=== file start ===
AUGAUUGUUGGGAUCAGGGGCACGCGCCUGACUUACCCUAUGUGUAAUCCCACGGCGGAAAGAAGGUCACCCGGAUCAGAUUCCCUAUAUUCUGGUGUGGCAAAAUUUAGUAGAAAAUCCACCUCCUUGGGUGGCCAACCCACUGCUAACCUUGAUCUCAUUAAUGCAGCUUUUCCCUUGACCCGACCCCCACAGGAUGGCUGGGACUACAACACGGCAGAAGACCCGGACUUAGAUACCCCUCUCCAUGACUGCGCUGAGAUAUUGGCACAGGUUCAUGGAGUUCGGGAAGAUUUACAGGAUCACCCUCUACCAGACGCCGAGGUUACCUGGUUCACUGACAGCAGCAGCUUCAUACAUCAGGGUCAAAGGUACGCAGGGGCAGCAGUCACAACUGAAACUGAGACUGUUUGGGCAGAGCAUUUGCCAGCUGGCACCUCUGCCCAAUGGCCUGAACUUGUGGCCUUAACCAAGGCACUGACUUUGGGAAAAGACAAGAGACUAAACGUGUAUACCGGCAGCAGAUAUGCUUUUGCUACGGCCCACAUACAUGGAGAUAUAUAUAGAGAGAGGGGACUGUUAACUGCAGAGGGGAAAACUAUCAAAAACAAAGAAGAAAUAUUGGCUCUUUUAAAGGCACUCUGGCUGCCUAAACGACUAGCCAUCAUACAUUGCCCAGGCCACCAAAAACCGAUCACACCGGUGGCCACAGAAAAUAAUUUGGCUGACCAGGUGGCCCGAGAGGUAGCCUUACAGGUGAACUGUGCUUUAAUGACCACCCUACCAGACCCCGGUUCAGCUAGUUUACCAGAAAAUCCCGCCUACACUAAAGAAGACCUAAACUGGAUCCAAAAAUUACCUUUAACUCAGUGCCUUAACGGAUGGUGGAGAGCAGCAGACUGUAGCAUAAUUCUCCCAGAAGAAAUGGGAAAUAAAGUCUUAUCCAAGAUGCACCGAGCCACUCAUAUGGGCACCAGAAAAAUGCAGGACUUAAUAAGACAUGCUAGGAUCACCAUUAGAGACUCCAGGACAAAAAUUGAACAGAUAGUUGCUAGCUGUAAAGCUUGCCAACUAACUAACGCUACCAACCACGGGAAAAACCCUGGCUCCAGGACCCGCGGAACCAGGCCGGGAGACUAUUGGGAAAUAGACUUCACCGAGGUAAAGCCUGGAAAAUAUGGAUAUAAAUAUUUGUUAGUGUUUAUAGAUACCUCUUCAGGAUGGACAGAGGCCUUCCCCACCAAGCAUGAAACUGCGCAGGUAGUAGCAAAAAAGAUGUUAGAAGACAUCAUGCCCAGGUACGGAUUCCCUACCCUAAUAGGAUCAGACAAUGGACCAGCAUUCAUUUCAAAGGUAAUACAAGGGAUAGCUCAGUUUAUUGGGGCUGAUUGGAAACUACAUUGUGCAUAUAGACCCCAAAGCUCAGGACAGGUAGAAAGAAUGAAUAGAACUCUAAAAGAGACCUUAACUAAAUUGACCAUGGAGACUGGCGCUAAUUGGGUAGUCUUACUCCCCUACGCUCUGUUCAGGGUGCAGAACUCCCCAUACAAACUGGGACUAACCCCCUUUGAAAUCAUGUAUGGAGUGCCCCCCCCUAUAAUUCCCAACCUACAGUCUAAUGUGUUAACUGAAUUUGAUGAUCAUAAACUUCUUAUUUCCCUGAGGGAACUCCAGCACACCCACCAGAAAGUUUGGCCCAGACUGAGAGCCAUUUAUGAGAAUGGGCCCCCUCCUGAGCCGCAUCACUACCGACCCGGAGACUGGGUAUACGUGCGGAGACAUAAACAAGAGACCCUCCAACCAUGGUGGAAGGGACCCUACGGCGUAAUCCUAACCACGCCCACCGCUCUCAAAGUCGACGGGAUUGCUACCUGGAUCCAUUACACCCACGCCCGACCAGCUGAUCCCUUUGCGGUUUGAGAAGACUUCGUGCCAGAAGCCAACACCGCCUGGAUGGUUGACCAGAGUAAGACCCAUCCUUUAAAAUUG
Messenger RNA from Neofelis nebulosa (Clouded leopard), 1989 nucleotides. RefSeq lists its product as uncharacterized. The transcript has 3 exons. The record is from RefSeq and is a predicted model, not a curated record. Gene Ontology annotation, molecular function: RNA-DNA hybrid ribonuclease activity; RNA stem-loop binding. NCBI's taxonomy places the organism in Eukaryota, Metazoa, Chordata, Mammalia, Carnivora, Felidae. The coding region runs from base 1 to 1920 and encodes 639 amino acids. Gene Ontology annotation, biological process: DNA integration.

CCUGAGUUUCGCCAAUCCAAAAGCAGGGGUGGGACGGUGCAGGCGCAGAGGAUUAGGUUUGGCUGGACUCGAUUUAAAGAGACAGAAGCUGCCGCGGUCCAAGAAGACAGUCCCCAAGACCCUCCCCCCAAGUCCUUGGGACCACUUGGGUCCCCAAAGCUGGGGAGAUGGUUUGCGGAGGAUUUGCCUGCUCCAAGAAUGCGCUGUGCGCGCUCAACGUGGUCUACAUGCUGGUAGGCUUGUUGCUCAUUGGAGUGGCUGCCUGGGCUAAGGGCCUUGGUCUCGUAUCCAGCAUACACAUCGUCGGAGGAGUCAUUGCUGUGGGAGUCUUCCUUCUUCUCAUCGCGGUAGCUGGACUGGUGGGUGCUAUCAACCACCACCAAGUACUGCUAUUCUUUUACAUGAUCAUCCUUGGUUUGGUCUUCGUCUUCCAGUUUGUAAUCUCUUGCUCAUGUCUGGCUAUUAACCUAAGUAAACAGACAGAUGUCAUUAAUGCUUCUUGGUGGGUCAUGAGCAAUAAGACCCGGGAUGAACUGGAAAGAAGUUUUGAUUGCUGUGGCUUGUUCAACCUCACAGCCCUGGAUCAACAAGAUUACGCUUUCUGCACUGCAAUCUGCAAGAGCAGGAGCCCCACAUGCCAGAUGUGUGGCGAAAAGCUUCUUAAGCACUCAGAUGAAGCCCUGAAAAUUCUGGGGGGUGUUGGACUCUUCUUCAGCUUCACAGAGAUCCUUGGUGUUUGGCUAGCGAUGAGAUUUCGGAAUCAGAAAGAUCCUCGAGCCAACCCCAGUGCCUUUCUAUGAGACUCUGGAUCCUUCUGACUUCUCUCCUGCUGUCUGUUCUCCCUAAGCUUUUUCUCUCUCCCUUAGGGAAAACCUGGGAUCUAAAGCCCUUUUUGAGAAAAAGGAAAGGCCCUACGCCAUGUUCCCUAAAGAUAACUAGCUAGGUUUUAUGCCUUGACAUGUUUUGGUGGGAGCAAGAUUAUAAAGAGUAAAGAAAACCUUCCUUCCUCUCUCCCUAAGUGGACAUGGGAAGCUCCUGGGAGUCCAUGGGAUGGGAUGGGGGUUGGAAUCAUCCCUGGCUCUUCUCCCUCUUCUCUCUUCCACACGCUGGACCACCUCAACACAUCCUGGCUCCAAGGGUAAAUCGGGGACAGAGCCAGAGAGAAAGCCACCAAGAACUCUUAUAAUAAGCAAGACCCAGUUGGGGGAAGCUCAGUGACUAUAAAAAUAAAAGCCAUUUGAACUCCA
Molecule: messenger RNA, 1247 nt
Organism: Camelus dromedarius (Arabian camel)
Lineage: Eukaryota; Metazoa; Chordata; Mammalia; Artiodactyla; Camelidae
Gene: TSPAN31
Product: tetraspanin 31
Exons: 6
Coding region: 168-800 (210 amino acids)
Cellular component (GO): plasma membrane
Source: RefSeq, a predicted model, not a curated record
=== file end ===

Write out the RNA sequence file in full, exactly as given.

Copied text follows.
AUGAUUGUUGGGAUCAGGGGCACGCGCCUGACUUACCCUAUGUGUAAUCCCACGGCGGAAAGAAGGUCACCCGGAUCAGAUUCCCUAUAUUCUGGUGUGGCAAAAUUUAGUAGAAAAUCCACCUCCUUGGGUGGCCAACCCACUGCUAACCUUGAUCUCAUUAAUGCAGCUUUUCCCUUGACCCGACCCCCACAGGAUGGCUGGGACUACAACACGGCAGAAGACCCGGACUUAGAUACCCCUCUCCAUGACUGCGCUGAGAUAUUGGCACAGGUUCAUGGAGUUCGGGAAGAUUUACAGGAUCACCCUCUACCAGACGCCGAGGUUACCUGGUUCACUGACAGCAGCAGCUUCAUACAUCAGGGUCAAAGGUACGCAGGGGCAGCAGUCACAACUGAAACUGAGACUGUUUGGGCAGAGCAUUUGCCAGCUGGCACCUCUGCCCAAUGGCCUGAACUUGUGGCCUUAACCAAGGCACUGACUUUGGGAAAAGACAAGAGACUAAACGUGUAUACCGGCAGCAGAUAUGCUUUUGCUACGGCCCACAUACAUGGAGAUAUAUAUAGAGAGAGGGGACUGUUAACUGCAGAGGGGAAAACUAUCAAAAACAAAGAAGAAAUAUUGGCUCUUUUAAAGGCACUCUGGCUGCCUAAACGACUAGCCAUCAUACAUUGCCCAGGCCACCAAAAACCGAUCACACCGGUGGCCACAGAAAAUAAUUUGGCUGACCAGGUGGCCCGAGAGGUAGCCUUACAGGUGAACUGUGCUUUAAUGACCACCCUACCAGACCCCGGUUCAGCUAGUUUACCAGAAAAUCCCGCCUACACUAAAGAAGACCUAAACUGGAUCCAAAAAUUACCUUUAACUCAGUGCCUUAACGGAUGGUGGAGAGCAGCAGACUGUAGCAUAAUUCUCCCAGAAGAAAUGGGAAAUAAAGUCUUAUCCAAGAUGCACCGAGCCACUCAUAUGGGCACCAGAAAAAUGCAGGACUUAAUAAGACAUGCUAGGAUCACCAUUAGAGACUCCAGGACAAAAAUUGAACAGAUAGUUGCUAGCUGUAAAGCUUGCCAACUAACUAACGCUACCAACCACGGGAAAAACCCUGGCUCCAGGACCCGCGGAACCAGGCCGGGAGACUAUUGGGAAAUAGACUUCACCGAGGUAAAGCCUGGAAAAUAUGGAUAUAAAUAUUUGUUAGUGUUUAUAGAUACCUCUUCAGGAUGGACAGAGGCCUUCCCCACCAAGCAUGAAACUGCGCAGGUAGUAGCAAAAAAGAUGUUAGAAGACAUCAUGCCCAGGUACGGAUUCCCUACCCUAAUAGGAUCAGACAAUGGACCAGCAUUCAUUUCAAAGGUAAUACAAGGGAUAGCUCAGUUUAUUGGGGCUGAUUGGAAACUACAUUGUGCAUAUAGACCCCAAAGCUCAGGACAGGUAGAAAGAAUGAAUAGAACUCUAAAAGAGACCUUAACUAAAUUGACCAUGGAGACUGGCGCUAAUUGGGUAGUCUUACUCCCCUACGCUCUGUUCAGGGUGCAGAACUCCCCAUACAAACUGGGACUAACCCCCUUUGAAAUCAUGUAUGGAGUGCCCCCCCCUAUAAUUCCCAACCUACAGUCUAAUGUGUUAACUGAAUUUGAUGAUCAUAAACUUCUUAUUUCCCUGAGGGAACUCCAGCACACCCACCAGAAAGUUUGGCCCAGACUGAGAGCCAUUUAUGAGAAUGGGCCCCCUCCUGAGCCGCAUCACUACCGACCCGGAGACUGGGUAUACGUGCGGAGACAUAAACAAGAGACCCUCCAACCAUGGUGGAAGGGACCCUACGGCGUAAUCCUAACCACGCCCACCGCUCUCAAAGUCGACGGGAUUGCUACCUGGAUCCAUUACACCCACGCCCGACCAGCUGAUCCCUUUGCGGUUUGAGAAGACUUCGUGCCAGAAGCCAACACCGCCUGGAUGGUUGACCAGAGUAAGACCCAUCCUUUAAAAUUG
Messenger RNA from Neofelis nebulosa (Clouded leopard), 1989 nucleotides. RefSeq lists its product as uncharacterized. The transcript has 3 exons. The record is from RefSeq and is a predicted model, not a curated record. Gene Ontology annotation, molecular function: RNA-DNA hybrid ribonuclease activity; RNA stem-loop binding. NCBI's taxonomy places the organism in Eukaryota, Metazoa, Chordata, Mammalia, Carnivora, Felidae. The coding region runs from base 1 to 1920 and encodes 639 amino acids. Gene Ontology annotation, biological process: DNA integration.

CCUGAGUUUCGCCAAUCCAAAAGCAGGGGUGGGACGGUGCAGGCGCAGAGGAUUAGGUUUGGCUGGACUCGAUUUAAAGAGACAGAAGCUGCCGCGGUCCAAGAAGACAGUCCCCAAGACCCUCCCCCCAAGUCCUUGGGACCACUUGGGUCCCCAAAGCUGGGGAGAUGGUUUGCGGAGGAUUUGCCUGCUCCAAGAAUGCGCUGUGCGCGCUCAACGUGGUCUACAUGCUGGUAGGCUUGUUGCUCAUUGGAGUGGCUGCCUGGGCUAAGGGCCUUGGUCUCGUAUCCAGCAUACACAUCGUCGGAGGAGUCAUUGCUGUGGGAGUCUUCCUUCUUCUCAUCGCGGUAGCUGGACUGGUGGGUGCUAUCAACCACCACCAAGUACUGCUAUUCUUUUACAUGAUCAUCCUUGGUUUGGUCUUCGUCUUCCAGUUUGUAAUCUCUUGCUCAUGUCUGGCUAUUAACCUAAGUAAACAGACAGAUGUCAUUAAUGCUUCUUGGUGGGUCAUGAGCAAUAAGACCCGGGAUGAACUGGAAAGAAGUUUUGAUUGCUGUGGCUUGUUCAACCUCACAGCCCUGGAUCAACAAGAUUACGCUUUCUGCACUGCAAUCUGCAAGAGCAGGAGCCCCACAUGCCAGAUGUGUGGCGAAAAGCUUCUUAAGCACUCAGAUGAAGCCCUGAAAAUUCUGGGGGGUGUUGGACUCUUCUUCAGCUUCACAGAGAUCCUUGGUGUUUGGCUAGCGAUGAGAUUUCGGAAUCAGAAAGAUCCUCGAGCCAACCCCAGUGCCUUUCUAUGAGACUCUGGAUCCUUCUGACUUCUCUCCUGCUGUCUGUUCUCCCUAAGCUUUUUCUCUCUCCCUUAGGGAAAACCUGGGAUCUAAAGCCCUUUUUGAGAAAAAGGAAAGGCCCUACGCCAUGUUCCCUAAAGAUAACUAGCUAGGUUUUAUGCCUUGACAUGUUUUGGUGGGAGCAAGAUUAUAAAGAGUAAAGAAAACCUUCCUUCCUCUCUCCCUAAGUGGACAUGGGAAGCUCCUGGGAGUCCAUGGGAUGGGAUGGGGGUUGGAAUCAUCCCUGGCUCUUCUCCCUCUUCUCUCUUCCACACGCUGGACCACCUCAACACAUCCUGGCUCCAAGGGUAAAUCGGGGACAGAGCCAGAGAGAAAGCCACCAAGAACUCUUAUAAUAAGCAAGACCCAGUUGGGGGAAGCUCAGUGACUAUAAAAAUAAAAGCCAUUUGAACUCCA
Molecule: messenger RNA, 1247 nt
Organism: Camelus dromedarius (Arabian camel)
Lineage: Eukaryota; Metazoa; Chordata; Mammalia; Artiodactyla; Camelidae
Gene: TSPAN31
Product: tetraspanin 31
Exons: 6
Coding region: 168-800 (210 amino acids)
Cellular component (GO): plasma membrane
Source: RefSeq, a predicted model, not a curated record